Yesterday was Day Two of the Advertising Age Digital Conference in New York City and the person whose presentation generated tweets that really caught my attention was Jen Walsh, Global Director of Digital Media for GE. Among the dozens of topics she covered, the ones that stuck out to me–at least among the posted tweets that our own Stephen Riley culled–were how GE’s data proves that online video-based ads telling their story generate interaction rates that are off the charts. Further, among online ad formats, GE found their sweet spot when they used video to tell larger stories in a 300 by 250 unit (the one that most approximates television’s 4:3 video ratio). It was such a strong performer that ultimately, they dumped all other units in favor of this one. Finally, when it comes to online video, Ms. Walsh believes that to get a true sense of that unit’s value, you must look beyond mere click-through rates and consider time spent and qualitative tracking of control vs. exposed audiences.
Many organizations champion online video and it’s ability to present a more dimensionalized brand message to highly-targeted audiences. And I agree. With the technological innovations in cable television, even offline video advertising soon plans to offer targeting down to the individual set box level. When this happens, advertisers will no longer buy time slots, but demographics.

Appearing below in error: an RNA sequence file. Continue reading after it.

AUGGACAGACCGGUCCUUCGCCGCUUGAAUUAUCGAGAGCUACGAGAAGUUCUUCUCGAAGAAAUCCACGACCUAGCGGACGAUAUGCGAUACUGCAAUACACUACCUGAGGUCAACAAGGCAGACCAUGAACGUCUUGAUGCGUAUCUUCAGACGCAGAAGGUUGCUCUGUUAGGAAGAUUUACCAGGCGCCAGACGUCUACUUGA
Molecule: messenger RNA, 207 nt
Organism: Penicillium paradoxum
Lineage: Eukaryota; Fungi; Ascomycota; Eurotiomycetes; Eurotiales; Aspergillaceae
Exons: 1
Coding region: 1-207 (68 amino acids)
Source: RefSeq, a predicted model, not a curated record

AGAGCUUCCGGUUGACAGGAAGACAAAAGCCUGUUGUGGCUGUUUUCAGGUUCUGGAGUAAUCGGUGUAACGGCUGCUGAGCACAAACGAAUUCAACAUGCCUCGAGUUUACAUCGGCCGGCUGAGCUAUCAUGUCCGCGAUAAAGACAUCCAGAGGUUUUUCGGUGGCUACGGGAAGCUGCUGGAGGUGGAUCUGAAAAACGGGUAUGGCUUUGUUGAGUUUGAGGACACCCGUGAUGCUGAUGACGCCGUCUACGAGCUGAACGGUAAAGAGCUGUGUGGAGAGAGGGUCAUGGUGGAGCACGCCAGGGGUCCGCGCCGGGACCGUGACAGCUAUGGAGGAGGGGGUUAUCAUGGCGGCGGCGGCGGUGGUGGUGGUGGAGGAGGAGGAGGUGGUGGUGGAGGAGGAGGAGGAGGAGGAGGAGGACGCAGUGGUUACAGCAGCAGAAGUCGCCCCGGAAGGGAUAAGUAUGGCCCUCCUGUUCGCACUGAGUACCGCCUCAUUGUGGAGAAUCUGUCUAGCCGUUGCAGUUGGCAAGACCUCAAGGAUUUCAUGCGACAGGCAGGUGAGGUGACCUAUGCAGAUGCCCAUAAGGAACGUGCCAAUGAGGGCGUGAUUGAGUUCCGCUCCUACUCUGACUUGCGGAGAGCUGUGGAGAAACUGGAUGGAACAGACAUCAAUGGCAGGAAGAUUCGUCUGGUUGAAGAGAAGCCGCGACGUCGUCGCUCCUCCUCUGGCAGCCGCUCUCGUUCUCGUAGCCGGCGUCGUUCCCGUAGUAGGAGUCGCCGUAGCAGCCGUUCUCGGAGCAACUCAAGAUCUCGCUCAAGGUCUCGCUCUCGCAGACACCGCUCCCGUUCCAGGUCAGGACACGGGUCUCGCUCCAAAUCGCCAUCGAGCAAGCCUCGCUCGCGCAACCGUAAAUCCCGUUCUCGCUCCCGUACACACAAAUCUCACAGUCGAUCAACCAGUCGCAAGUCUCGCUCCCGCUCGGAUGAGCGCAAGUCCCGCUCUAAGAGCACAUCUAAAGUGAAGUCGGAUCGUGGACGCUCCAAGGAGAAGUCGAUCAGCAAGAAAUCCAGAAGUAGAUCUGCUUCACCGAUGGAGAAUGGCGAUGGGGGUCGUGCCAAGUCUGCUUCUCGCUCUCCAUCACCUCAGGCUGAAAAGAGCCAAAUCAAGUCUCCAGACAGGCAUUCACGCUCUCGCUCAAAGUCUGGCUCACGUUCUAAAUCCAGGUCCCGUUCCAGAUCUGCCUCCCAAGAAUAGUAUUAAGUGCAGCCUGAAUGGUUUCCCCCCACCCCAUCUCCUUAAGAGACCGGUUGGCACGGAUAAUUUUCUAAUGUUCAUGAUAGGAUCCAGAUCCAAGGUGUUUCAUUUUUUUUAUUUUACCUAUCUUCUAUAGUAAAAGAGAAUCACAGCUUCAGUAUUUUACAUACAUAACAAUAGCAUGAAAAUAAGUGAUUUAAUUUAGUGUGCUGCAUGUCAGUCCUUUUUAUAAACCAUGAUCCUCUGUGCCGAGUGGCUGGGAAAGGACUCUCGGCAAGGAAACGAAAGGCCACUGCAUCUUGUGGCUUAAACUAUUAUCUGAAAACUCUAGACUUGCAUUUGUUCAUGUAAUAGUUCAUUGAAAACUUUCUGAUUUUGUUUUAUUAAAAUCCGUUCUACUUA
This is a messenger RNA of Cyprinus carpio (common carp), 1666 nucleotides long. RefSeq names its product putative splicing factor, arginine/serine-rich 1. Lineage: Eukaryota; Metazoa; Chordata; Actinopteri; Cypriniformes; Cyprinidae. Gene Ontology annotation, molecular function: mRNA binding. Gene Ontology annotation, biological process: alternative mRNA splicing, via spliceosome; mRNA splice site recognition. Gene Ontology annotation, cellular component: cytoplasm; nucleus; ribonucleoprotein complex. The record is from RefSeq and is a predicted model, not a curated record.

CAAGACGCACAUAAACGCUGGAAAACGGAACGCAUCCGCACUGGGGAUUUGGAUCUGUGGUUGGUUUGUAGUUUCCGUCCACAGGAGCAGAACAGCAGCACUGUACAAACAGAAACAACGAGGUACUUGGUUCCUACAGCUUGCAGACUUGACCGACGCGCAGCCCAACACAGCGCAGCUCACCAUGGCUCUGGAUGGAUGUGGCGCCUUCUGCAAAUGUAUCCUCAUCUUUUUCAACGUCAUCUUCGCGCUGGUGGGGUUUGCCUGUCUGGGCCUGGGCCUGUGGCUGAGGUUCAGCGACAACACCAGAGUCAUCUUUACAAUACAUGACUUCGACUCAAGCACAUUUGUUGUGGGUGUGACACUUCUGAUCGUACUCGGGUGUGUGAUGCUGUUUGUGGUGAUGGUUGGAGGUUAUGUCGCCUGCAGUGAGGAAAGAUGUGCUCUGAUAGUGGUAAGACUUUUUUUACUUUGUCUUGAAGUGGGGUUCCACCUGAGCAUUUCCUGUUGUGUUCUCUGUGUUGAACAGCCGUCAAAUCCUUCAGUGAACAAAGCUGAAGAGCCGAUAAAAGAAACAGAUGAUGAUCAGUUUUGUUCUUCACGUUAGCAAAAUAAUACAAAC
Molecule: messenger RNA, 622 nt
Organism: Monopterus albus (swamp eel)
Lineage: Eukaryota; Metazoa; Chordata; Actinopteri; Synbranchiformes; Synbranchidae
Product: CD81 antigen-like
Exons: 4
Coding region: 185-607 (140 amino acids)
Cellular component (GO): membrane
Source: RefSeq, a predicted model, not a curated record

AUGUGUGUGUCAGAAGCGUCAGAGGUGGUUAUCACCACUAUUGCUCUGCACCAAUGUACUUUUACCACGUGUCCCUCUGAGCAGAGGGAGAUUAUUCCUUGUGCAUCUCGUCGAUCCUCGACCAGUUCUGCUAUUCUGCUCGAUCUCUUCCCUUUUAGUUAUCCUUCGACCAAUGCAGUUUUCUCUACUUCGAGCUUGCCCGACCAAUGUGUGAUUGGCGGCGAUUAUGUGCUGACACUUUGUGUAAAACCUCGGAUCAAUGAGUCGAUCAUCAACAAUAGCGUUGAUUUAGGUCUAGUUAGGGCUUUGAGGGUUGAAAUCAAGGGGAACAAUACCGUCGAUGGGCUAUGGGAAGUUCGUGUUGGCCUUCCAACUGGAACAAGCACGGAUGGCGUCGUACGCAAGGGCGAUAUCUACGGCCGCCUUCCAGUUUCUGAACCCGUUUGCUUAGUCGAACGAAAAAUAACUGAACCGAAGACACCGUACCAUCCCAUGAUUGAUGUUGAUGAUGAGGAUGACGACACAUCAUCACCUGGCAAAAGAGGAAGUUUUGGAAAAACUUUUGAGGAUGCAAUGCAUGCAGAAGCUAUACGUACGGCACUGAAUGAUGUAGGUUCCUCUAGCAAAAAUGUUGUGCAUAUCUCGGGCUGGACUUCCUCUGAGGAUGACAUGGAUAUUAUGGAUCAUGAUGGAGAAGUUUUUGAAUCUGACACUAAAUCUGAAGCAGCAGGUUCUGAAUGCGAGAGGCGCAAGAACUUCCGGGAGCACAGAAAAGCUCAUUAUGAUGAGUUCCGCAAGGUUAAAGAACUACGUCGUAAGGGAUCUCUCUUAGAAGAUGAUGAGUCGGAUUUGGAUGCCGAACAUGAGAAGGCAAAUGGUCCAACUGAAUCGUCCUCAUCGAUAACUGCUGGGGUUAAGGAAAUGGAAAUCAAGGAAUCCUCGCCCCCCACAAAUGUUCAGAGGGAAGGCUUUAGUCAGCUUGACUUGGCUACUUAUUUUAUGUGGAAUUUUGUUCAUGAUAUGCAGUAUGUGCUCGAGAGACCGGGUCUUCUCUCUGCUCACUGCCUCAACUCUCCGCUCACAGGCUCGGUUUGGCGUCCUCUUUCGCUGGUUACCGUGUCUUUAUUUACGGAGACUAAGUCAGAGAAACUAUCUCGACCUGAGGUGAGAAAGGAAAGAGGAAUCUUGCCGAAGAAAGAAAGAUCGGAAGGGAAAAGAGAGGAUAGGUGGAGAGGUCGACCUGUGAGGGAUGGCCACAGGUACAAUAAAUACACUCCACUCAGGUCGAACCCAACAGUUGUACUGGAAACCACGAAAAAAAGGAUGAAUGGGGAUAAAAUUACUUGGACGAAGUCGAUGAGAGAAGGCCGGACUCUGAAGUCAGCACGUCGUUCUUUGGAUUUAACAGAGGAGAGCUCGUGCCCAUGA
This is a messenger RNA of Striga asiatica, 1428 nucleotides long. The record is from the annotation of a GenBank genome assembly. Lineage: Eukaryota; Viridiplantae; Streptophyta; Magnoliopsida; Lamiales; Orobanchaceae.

Aside from the practical challenges of hyper personalization and fragmentation, this is good news for those of us who earned our stripes on creative video production. Telling a compelling, engaging story with video remains one of the most primal and powerful communication mediums today, even if the various technologies and formats have evolved. Increasingly, we must tell those stories on two screens–HDTV and internet video. Soon, that list will expand to three, as the mobilenet delivers ever better video content.
All of which demonstrates once again how our business has changed. Yet convergence simply demands that we learn to adapt our video-based stories in a manner that respects the idiosyncracies of the various platforms.
Because ultimately, digital and mobile are merely regional dialects–they are not entirely new languages. Creative people still need to lead with ideas.